Wednesday, July 12, 2017

Third Circuit Decision: Recording Police Is Protected By First Amendment

Some good news for a change


Source: ACLU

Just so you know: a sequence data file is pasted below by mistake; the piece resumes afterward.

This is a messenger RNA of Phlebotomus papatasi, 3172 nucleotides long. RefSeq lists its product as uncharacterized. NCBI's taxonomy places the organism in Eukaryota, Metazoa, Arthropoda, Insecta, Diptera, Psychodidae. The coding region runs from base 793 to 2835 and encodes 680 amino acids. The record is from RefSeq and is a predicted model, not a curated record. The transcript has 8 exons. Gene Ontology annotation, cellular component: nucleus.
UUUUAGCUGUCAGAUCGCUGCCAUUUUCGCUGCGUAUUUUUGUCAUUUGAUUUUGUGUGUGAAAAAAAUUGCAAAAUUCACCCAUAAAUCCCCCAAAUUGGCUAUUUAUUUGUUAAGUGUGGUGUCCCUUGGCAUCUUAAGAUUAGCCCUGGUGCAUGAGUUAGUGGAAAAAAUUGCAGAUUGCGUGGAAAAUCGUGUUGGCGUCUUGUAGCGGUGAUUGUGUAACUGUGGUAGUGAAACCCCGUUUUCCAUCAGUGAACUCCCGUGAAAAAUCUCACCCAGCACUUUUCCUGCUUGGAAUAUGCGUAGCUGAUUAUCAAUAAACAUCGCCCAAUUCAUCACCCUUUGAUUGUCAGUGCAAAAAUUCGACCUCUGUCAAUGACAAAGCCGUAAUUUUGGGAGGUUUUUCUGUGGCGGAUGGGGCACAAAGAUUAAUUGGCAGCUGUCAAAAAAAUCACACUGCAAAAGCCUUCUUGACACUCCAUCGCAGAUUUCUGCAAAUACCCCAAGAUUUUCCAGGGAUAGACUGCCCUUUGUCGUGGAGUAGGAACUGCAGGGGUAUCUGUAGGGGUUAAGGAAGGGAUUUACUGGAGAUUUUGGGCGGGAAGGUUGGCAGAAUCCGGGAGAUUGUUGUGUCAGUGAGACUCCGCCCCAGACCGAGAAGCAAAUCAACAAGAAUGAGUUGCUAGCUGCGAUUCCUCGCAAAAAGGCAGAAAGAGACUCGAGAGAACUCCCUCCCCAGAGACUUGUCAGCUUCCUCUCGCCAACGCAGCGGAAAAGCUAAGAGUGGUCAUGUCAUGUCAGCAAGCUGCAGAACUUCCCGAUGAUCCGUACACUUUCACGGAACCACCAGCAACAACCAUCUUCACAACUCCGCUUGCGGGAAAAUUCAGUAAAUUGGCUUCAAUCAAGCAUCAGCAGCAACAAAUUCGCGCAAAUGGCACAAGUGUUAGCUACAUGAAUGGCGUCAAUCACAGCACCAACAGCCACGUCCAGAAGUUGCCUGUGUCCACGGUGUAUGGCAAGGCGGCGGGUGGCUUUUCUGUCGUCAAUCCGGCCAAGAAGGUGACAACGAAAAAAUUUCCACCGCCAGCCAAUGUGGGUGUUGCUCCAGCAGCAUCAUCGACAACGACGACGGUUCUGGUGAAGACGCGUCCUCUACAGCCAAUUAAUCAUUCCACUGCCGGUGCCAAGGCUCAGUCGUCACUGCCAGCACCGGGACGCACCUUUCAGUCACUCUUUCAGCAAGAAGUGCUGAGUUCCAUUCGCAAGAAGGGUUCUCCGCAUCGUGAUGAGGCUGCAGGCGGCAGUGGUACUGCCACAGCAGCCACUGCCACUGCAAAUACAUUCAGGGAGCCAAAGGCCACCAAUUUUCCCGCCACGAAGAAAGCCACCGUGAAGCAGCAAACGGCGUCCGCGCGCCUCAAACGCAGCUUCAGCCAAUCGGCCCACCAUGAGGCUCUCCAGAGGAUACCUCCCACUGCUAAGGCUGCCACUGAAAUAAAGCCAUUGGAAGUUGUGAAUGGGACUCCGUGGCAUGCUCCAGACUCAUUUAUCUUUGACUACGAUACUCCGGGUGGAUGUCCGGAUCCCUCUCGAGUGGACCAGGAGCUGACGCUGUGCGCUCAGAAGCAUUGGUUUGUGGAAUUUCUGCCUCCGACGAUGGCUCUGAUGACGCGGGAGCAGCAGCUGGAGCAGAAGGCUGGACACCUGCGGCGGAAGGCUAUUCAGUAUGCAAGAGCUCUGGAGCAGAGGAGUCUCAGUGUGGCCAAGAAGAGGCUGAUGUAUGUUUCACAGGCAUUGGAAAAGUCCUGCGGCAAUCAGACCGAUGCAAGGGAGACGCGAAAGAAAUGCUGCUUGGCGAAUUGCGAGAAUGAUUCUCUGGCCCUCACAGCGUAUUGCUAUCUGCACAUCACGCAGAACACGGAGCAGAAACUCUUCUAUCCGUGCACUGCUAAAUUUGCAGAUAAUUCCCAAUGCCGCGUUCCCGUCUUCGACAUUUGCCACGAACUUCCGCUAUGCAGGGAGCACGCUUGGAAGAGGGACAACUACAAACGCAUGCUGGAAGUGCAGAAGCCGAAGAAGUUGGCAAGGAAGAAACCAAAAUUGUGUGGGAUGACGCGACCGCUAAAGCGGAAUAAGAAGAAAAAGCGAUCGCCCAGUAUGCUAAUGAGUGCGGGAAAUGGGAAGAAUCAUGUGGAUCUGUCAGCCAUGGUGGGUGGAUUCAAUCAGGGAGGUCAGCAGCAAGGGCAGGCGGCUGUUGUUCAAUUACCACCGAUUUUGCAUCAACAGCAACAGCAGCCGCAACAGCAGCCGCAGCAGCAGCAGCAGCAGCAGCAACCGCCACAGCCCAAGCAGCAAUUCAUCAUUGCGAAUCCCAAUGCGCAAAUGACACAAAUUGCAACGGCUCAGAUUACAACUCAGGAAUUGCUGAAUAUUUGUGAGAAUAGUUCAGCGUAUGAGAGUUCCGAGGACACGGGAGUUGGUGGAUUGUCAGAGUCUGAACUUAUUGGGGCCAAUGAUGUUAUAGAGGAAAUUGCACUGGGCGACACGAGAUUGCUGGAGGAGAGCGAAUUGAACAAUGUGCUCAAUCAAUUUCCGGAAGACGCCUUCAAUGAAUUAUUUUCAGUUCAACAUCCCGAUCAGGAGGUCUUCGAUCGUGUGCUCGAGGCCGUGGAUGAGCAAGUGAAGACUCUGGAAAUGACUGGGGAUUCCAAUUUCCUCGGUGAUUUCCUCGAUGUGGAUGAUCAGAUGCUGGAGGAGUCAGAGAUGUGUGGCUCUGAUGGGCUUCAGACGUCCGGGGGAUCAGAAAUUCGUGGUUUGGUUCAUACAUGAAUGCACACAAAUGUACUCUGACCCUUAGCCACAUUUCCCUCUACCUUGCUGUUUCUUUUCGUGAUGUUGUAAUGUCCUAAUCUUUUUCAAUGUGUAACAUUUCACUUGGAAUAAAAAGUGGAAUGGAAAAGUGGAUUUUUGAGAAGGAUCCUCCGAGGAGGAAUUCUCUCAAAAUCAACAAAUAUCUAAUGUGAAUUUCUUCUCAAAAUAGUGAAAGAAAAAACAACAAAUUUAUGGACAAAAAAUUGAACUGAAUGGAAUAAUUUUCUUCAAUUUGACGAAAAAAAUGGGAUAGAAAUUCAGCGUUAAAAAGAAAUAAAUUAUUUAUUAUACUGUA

The Third Circuit Court of Appeals has decided in Richard Fields v. City of Philadelphia, that recording police officers engaged in their official duties is protected by the first amendment. This makes the third circuit the 6th appellate court to rule in favor of freedom of the press when it comes to recording police and overturns the District Court's decision that recording the police is not protected by the first amendment unless the bystander explicitly gives his purpose for recording the police and presents an objection to their activity. The Philadelphia Police department recognized that recording police activity was protected by the first amendment as far back as 2011. The department published a memorandum advising officers not to retaliate against civilian bystanders recording their activity 6 years ago. And again in 2012 they published a directive that repeated this point. Yet in 2013, Richard Fields was illegally arrested and searched for taking a photo of police clearing out a house party. The problem clearly lies with the officers' egos, not the department's policies or the constitution. Hopefully, the other seven courts of appeal will follow suit and put and end to their power trip.

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